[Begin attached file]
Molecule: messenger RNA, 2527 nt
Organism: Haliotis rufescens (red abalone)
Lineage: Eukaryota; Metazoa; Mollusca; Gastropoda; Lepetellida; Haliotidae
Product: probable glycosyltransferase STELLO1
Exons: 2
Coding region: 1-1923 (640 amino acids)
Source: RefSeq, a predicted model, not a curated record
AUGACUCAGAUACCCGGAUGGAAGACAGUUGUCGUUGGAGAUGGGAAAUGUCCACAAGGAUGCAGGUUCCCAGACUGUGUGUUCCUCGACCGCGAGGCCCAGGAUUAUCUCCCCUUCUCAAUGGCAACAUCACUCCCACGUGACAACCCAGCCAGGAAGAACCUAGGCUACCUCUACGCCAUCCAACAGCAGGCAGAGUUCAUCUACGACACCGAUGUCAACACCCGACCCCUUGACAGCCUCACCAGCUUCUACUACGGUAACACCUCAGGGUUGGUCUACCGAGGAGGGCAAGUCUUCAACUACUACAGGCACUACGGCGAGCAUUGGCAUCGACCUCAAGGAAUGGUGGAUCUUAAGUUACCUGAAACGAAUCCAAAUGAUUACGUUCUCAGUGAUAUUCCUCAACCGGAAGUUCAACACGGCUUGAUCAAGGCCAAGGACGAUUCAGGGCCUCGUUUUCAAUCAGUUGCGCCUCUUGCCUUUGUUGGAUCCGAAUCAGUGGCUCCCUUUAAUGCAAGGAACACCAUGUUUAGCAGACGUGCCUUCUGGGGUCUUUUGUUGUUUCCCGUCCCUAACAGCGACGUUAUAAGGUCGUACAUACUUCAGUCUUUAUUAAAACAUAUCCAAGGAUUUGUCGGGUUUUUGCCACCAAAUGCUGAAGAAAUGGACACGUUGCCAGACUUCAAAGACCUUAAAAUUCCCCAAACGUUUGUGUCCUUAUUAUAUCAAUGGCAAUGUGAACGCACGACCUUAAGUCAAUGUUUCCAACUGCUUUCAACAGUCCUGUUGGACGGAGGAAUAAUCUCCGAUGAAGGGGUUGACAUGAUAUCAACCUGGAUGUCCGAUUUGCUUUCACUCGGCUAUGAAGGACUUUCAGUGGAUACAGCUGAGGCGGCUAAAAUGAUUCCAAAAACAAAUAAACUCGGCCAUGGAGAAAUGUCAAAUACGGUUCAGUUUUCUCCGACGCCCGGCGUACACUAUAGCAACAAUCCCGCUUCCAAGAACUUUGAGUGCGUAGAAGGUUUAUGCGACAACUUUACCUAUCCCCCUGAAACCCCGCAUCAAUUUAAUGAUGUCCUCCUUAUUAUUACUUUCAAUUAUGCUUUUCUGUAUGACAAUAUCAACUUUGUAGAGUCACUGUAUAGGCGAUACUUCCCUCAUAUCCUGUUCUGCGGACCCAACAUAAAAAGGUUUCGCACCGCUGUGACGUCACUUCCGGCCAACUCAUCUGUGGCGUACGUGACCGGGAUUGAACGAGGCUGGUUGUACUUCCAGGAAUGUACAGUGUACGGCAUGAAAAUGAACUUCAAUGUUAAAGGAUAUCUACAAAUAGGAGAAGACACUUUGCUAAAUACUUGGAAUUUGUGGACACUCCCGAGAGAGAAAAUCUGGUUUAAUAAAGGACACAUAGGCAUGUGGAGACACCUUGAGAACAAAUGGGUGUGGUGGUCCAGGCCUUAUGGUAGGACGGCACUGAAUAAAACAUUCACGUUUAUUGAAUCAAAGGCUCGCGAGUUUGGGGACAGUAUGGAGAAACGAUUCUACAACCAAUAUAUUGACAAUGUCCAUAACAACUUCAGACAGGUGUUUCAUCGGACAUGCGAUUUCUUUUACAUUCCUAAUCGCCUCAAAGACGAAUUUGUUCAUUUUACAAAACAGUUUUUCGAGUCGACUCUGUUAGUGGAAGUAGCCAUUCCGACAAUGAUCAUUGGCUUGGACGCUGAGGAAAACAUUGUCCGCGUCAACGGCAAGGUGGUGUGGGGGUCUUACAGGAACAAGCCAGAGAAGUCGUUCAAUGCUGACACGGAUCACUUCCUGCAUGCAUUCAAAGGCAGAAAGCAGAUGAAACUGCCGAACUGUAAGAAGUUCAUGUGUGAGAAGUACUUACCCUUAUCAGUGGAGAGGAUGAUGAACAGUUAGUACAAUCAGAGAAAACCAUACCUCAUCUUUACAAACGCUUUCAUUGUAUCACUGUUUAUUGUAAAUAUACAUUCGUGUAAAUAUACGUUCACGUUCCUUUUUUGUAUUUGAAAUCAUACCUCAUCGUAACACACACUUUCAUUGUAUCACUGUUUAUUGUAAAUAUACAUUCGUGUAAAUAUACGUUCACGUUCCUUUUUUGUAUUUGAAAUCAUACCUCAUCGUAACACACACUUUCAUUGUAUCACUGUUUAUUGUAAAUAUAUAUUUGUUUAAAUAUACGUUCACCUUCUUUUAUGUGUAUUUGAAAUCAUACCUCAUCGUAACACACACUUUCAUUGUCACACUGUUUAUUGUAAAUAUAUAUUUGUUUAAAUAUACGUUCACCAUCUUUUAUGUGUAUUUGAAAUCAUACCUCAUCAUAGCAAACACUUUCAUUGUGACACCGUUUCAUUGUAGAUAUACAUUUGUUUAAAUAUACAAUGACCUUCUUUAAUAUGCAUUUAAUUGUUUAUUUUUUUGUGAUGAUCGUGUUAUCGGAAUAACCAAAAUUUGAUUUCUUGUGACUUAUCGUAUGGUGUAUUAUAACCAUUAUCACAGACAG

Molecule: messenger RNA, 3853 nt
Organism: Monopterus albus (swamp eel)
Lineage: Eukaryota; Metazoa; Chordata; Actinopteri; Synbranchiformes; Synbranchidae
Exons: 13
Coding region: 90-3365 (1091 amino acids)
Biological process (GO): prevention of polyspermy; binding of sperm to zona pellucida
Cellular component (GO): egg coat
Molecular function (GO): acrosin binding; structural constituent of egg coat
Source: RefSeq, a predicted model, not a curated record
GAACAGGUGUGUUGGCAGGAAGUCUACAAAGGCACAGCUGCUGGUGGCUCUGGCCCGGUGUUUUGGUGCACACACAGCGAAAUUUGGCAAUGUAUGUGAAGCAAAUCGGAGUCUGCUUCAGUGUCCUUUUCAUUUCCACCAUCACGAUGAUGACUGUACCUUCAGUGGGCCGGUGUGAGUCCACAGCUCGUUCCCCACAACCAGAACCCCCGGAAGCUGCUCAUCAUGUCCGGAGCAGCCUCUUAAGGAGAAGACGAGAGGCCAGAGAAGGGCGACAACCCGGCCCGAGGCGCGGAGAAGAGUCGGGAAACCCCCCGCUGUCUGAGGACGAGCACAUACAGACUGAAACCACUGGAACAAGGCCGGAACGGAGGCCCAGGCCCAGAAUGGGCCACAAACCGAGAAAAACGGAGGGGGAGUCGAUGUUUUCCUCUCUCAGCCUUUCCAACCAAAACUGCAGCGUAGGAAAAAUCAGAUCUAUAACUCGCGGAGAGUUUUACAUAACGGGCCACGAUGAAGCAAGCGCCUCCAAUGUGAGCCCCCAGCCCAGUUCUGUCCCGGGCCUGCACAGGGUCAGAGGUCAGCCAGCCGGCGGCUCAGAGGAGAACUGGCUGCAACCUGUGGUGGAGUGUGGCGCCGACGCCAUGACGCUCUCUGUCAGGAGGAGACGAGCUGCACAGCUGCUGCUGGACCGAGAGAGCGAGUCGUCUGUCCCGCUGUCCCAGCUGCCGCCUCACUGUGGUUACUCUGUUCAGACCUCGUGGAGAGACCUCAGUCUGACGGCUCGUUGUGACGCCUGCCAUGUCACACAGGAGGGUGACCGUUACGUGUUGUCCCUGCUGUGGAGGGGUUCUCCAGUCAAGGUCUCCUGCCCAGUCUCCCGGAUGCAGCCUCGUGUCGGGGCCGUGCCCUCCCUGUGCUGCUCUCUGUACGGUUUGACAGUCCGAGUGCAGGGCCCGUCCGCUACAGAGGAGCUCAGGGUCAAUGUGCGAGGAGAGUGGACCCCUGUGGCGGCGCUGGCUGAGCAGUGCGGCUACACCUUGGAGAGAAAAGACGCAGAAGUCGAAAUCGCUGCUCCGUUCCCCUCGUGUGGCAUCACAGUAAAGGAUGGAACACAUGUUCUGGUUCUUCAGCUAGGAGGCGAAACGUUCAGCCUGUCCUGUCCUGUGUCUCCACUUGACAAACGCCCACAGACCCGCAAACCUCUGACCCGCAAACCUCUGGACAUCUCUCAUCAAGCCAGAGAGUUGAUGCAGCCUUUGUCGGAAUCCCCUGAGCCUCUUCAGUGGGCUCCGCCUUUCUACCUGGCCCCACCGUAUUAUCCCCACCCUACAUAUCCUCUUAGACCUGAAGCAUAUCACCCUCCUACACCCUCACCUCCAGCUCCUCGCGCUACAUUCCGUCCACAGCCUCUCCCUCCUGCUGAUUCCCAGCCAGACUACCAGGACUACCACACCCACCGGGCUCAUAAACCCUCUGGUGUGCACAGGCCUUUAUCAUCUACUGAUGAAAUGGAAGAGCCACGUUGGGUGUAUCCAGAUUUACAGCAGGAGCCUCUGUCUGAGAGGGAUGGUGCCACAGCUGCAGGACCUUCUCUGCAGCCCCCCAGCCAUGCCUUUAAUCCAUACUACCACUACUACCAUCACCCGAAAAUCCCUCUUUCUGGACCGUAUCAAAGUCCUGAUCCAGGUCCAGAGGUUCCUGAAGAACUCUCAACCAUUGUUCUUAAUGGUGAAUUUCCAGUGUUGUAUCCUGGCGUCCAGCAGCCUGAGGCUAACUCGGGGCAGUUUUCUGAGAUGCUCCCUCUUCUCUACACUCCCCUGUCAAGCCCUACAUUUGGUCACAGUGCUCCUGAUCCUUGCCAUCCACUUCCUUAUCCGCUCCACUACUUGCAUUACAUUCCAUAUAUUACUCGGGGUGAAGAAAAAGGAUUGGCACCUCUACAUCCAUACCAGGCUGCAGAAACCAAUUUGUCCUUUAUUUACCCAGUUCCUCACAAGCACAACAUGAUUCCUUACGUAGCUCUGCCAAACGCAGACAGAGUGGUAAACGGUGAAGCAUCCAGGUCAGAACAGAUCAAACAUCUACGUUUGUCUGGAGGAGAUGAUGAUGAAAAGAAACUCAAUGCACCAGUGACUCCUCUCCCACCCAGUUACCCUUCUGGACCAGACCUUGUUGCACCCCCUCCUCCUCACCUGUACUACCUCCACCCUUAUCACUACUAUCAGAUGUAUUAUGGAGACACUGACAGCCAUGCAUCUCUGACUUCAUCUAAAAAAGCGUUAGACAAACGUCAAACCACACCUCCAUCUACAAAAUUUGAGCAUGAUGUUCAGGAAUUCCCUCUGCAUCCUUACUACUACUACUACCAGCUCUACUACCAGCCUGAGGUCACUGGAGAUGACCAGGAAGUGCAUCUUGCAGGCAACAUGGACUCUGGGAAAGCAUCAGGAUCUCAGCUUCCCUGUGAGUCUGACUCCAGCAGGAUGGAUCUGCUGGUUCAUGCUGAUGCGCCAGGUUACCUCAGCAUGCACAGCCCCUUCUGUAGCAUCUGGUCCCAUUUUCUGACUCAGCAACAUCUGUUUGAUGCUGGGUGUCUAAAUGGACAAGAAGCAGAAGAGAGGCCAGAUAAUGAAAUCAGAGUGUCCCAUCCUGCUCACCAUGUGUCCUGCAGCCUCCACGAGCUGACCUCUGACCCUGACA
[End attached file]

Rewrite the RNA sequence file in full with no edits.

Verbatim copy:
Molecule: messenger RNA, 2527 nt
Organism: Haliotis rufescens (red abalone)
Lineage: Eukaryota; Metazoa; Mollusca; Gastropoda; Lepetellida; Haliotidae
Product: probable glycosyltransferase STELLO1
Exons: 2
Coding region: 1-1923 (640 amino acids)
Source: RefSeq, a predicted model, not a curated record
AUGACUCAGAUACCCGGAUGGAAGACAGUUGUCGUUGGAGAUGGGAAAUGUCCACAAGGAUGCAGGUUCCCAGACUGUGUGUUCCUCGACCGCGAGGCCCAGGAUUAUCUCCCCUUCUCAAUGGCAACAUCACUCCCACGUGACAACCCAGCCAGGAAGAACCUAGGCUACCUCUACGCCAUCCAACAGCAGGCAGAGUUCAUCUACGACACCGAUGUCAACACCCGACCCCUUGACAGCCUCACCAGCUUCUACUACGGUAACACCUCAGGGUUGGUCUACCGAGGAGGGCAAGUCUUCAACUACUACAGGCACUACGGCGAGCAUUGGCAUCGACCUCAAGGAAUGGUGGAUCUUAAGUUACCUGAAACGAAUCCAAAUGAUUACGUUCUCAGUGAUAUUCCUCAACCGGAAGUUCAACACGGCUUGAUCAAGGCCAAGGACGAUUCAGGGCCUCGUUUUCAAUCAGUUGCGCCUCUUGCCUUUGUUGGAUCCGAAUCAGUGGCUCCCUUUAAUGCAAGGAACACCAUGUUUAGCAGACGUGCCUUCUGGGGUCUUUUGUUGUUUCCCGUCCCUAACAGCGACGUUAUAAGGUCGUACAUACUUCAGUCUUUAUUAAAACAUAUCCAAGGAUUUGUCGGGUUUUUGCCACCAAAUGCUGAAGAAAUGGACACGUUGCCAGACUUCAAAGACCUUAAAAUUCCCCAAACGUUUGUGUCCUUAUUAUAUCAAUGGCAAUGUGAACGCACGACCUUAAGUCAAUGUUUCCAACUGCUUUCAACAGUCCUGUUGGACGGAGGAAUAAUCUCCGAUGAAGGGGUUGACAUGAUAUCAACCUGGAUGUCCGAUUUGCUUUCACUCGGCUAUGAAGGACUUUCAGUGGAUACAGCUGAGGCGGCUAAAAUGAUUCCAAAAACAAAUAAACUCGGCCAUGGAGAAAUGUCAAAUACGGUUCAGUUUUCUCCGACGCCCGGCGUACACUAUAGCAACAAUCCCGCUUCCAAGAACUUUGAGUGCGUAGAAGGUUUAUGCGACAACUUUACCUAUCCCCCUGAAACCCCGCAUCAAUUUAAUGAUGUCCUCCUUAUUAUUACUUUCAAUUAUGCUUUUCUGUAUGACAAUAUCAACUUUGUAGAGUCACUGUAUAGGCGAUACUUCCCUCAUAUCCUGUUCUGCGGACCCAACAUAAAAAGGUUUCGCACCGCUGUGACGUCACUUCCGGCCAACUCAUCUGUGGCGUACGUGACCGGGAUUGAACGAGGCUGGUUGUACUUCCAGGAAUGUACAGUGUACGGCAUGAAAAUGAACUUCAAUGUUAAAGGAUAUCUACAAAUAGGAGAAGACACUUUGCUAAAUACUUGGAAUUUGUGGACACUCCCGAGAGAGAAAAUCUGGUUUAAUAAAGGACACAUAGGCAUGUGGAGACACCUUGAGAACAAAUGGGUGUGGUGGUCCAGGCCUUAUGGUAGGACGGCACUGAAUAAAACAUUCACGUUUAUUGAAUCAAAGGCUCGCGAGUUUGGGGACAGUAUGGAGAAACGAUUCUACAACCAAUAUAUUGACAAUGUCCAUAACAACUUCAGACAGGUGUUUCAUCGGACAUGCGAUUUCUUUUACAUUCCUAAUCGCCUCAAAGACGAAUUUGUUCAUUUUACAAAACAGUUUUUCGAGUCGACUCUGUUAGUGGAAGUAGCCAUUCCGACAAUGAUCAUUGGCUUGGACGCUGAGGAAAACAUUGUCCGCGUCAACGGCAAGGUGGUGUGGGGGUCUUACAGGAACAAGCCAGAGAAGUCGUUCAAUGCUGACACGGAUCACUUCCUGCAUGCAUUCAAAGGCAGAAAGCAGAUGAAACUGCCGAACUGUAAGAAGUUCAUGUGUGAGAAGUACUUACCCUUAUCAGUGGAGAGGAUGAUGAACAGUUAGUACAAUCAGAGAAAACCAUACCUCAUCUUUACAAACGCUUUCAUUGUAUCACUGUUUAUUGUAAAUAUACAUUCGUGUAAAUAUACGUUCACGUUCCUUUUUUGUAUUUGAAAUCAUACCUCAUCGUAACACACACUUUCAUUGUAUCACUGUUUAUUGUAAAUAUACAUUCGUGUAAAUAUACGUUCACGUUCCUUUUUUGUAUUUGAAAUCAUACCUCAUCGUAACACACACUUUCAUUGUAUCACUGUUUAUUGUAAAUAUAUAUUUGUUUAAAUAUACGUUCACCUUCUUUUAUGUGUAUUUGAAAUCAUACCUCAUCGUAACACACACUUUCAUUGUCACACUGUUUAUUGUAAAUAUAUAUUUGUUUAAAUAUACGUUCACCAUCUUUUAUGUGUAUUUGAAAUCAUACCUCAUCAUAGCAAACACUUUCAUUGUGACACCGUUUCAUUGUAGAUAUACAUUUGUUUAAAUAUACAAUGACCUUCUUUAAUAUGCAUUUAAUUGUUUAUUUUUUUGUGAUGAUCGUGUUAUCGGAAUAACCAAAAUUUGAUUUCUUGUGACUUAUCGUAUGGUGUAUUAUAACCAUUAUCACAGACAG

Molecule: messenger RNA, 3853 nt
Organism: Monopterus albus (swamp eel)
Lineage: Eukaryota; Metazoa; Chordata; Actinopteri; Synbranchiformes; Synbranchidae
Exons: 13
Coding region: 90-3365 (1091 amino acids)
Biological process (GO): prevention of polyspermy; binding of sperm to zona pellucida
Cellular component (GO): egg coat
Molecular function (GO): acrosin binding; structural constituent of egg coat
Source: RefSeq, a predicted model, not a curated record
GAACAGGUGUGUUGGCAGGAAGUCUACAAAGGCACAGCUGCUGGUGGCUCUGGCCCGGUGUUUUGGUGCACACACAGCGAAAUUUGGCAAUGUAUGUGAAGCAAAUCGGAGUCUGCUUCAGUGUCCUUUUCAUUUCCACCAUCACGAUGAUGACUGUACCUUCAGUGGGCCGGUGUGAGUCCACAGCUCGUUCCCCACAACCAGAACCCCCGGAAGCUGCUCAUCAUGUCCGGAGCAGCCUCUUAAGGAGAAGACGAGAGGCCAGAGAAGGGCGACAACCCGGCCCGAGGCGCGGAGAAGAGUCGGGAAACCCCCCGCUGUCUGAGGACGAGCACAUACAGACUGAAACCACUGGAACAAGGCCGGAACGGAGGCCCAGGCCCAGAAUGGGCCACAAACCGAGAAAAACGGAGGGGGAGUCGAUGUUUUCCUCUCUCAGCCUUUCCAACCAAAACUGCAGCGUAGGAAAAAUCAGAUCUAUAACUCGCGGAGAGUUUUACAUAACGGGCCACGAUGAAGCAAGCGCCUCCAAUGUGAGCCCCCAGCCCAGUUCUGUCCCGGGCCUGCACAGGGUCAGAGGUCAGCCAGCCGGCGGCUCAGAGGAGAACUGGCUGCAACCUGUGGUGGAGUGUGGCGCCGACGCCAUGACGCUCUCUGUCAGGAGGAGACGAGCUGCACAGCUGCUGCUGGACCGAGAGAGCGAGUCGUCUGUCCCGCUGUCCCAGCUGCCGCCUCACUGUGGUUACUCUGUUCAGACCUCGUGGAGAGACCUCAGUCUGACGGCUCGUUGUGACGCCUGCCAUGUCACACAGGAGGGUGACCGUUACGUGUUGUCCCUGCUGUGGAGGGGUUCUCCAGUCAAGGUCUCCUGCCCAGUCUCCCGGAUGCAGCCUCGUGUCGGGGCCGUGCCCUCCCUGUGCUGCUCUCUGUACGGUUUGACAGUCCGAGUGCAGGGCCCGUCCGCUACAGAGGAGCUCAGGGUCAAUGUGCGAGGAGAGUGGACCCCUGUGGCGGCGCUGGCUGAGCAGUGCGGCUACACCUUGGAGAGAAAAGACGCAGAAGUCGAAAUCGCUGCUCCGUUCCCCUCGUGUGGCAUCACAGUAAAGGAUGGAACACAUGUUCUGGUUCUUCAGCUAGGAGGCGAAACGUUCAGCCUGUCCUGUCCUGUGUCUCCACUUGACAAACGCCCACAGACCCGCAAACCUCUGACCCGCAAACCUCUGGACAUCUCUCAUCAAGCCAGAGAGUUGAUGCAGCCUUUGUCGGAAUCCCCUGAGCCUCUUCAGUGGGCUCCGCCUUUCUACCUGGCCCCACCGUAUUAUCCCCACCCUACAUAUCCUCUUAGACCUGAAGCAUAUCACCCUCCUACACCCUCACCUCCAGCUCCUCGCGCUACAUUCCGUCCACAGCCUCUCCCUCCUGCUGAUUCCCAGCCAGACUACCAGGACUACCACACCCACCGGGCUCAUAAACCCUCUGGUGUGCACAGGCCUUUAUCAUCUACUGAUGAAAUGGAAGAGCCACGUUGGGUGUAUCCAGAUUUACAGCAGGAGCCUCUGUCUGAGAGGGAUGGUGCCACAGCUGCAGGACCUUCUCUGCAGCCCCCCAGCCAUGCCUUUAAUCCAUACUACCACUACUACCAUCACCCGAAAAUCCCUCUUUCUGGACCGUAUCAAAGUCCUGAUCCAGGUCCAGAGGUUCCUGAAGAACUCUCAACCAUUGUUCUUAAUGGUGAAUUUCCAGUGUUGUAUCCUGGCGUCCAGCAGCCUGAGGCUAACUCGGGGCAGUUUUCUGAGAUGCUCCCUCUUCUCUACACUCCCCUGUCAAGCCCUACAUUUGGUCACAGUGCUCCUGAUCCUUGCCAUCCACUUCCUUAUCCGCUCCACUACUUGCAUUACAUUCCAUAUAUUACUCGGGGUGAAGAAAAAGGAUUGGCACCUCUACAUCCAUACCAGGCUGCAGAAACCAAUUUGUCCUUUAUUUACCCAGUUCCUCACAAGCACAACAUGAUUCCUUACGUAGCUCUGCCAAACGCAGACAGAGUGGUAAACGGUGAAGCAUCCAGGUCAGAACAGAUCAAACAUCUACGUUUGUCUGGAGGAGAUGAUGAUGAAAAGAAACUCAAUGCACCAGUGACUCCUCUCCCACCCAGUUACCCUUCUGGACCAGACCUUGUUGCACCCCCUCCUCCUCACCUGUACUACCUCCACCCUUAUCACUACUAUCAGAUGUAUUAUGGAGACACUGACAGCCAUGCAUCUCUGACUUCAUCUAAAAAAGCGUUAGACAAACGUCAAACCACACCUCCAUCUACAAAAUUUGAGCAUGAUGUUCAGGAAUUCCCUCUGCAUCCUUACUACUACUACUACCAGCUCUACUACCAGCCUGAGGUCACUGGAGAUGACCAGGAAGUGCAUCUUGCAGGCAACAUGGACUCUGGGAAAGCAUCAGGAUCUCAGCUUCCCUGUGAGUCUGACUCCAGCAGGAUGGAUCUGCUGGUUCAUGCUGAUGCGCCAGGUUACCUCAGCAUGCACAGCCCCUUCUGUAGCAUCUGGUCCCAUUUUCUGACUCAGCAACAUCUGUUUGAUGCUGGGUGUCUAAAUGGACAAGAAGCAGAAGAGAGGCCAGAUAAUGAAAUCAGAGUGUCCCAUCCUGCUCACCAUGUGUCCUGCAGCCUCCACGAGCUGACCUCUGACCCUGACA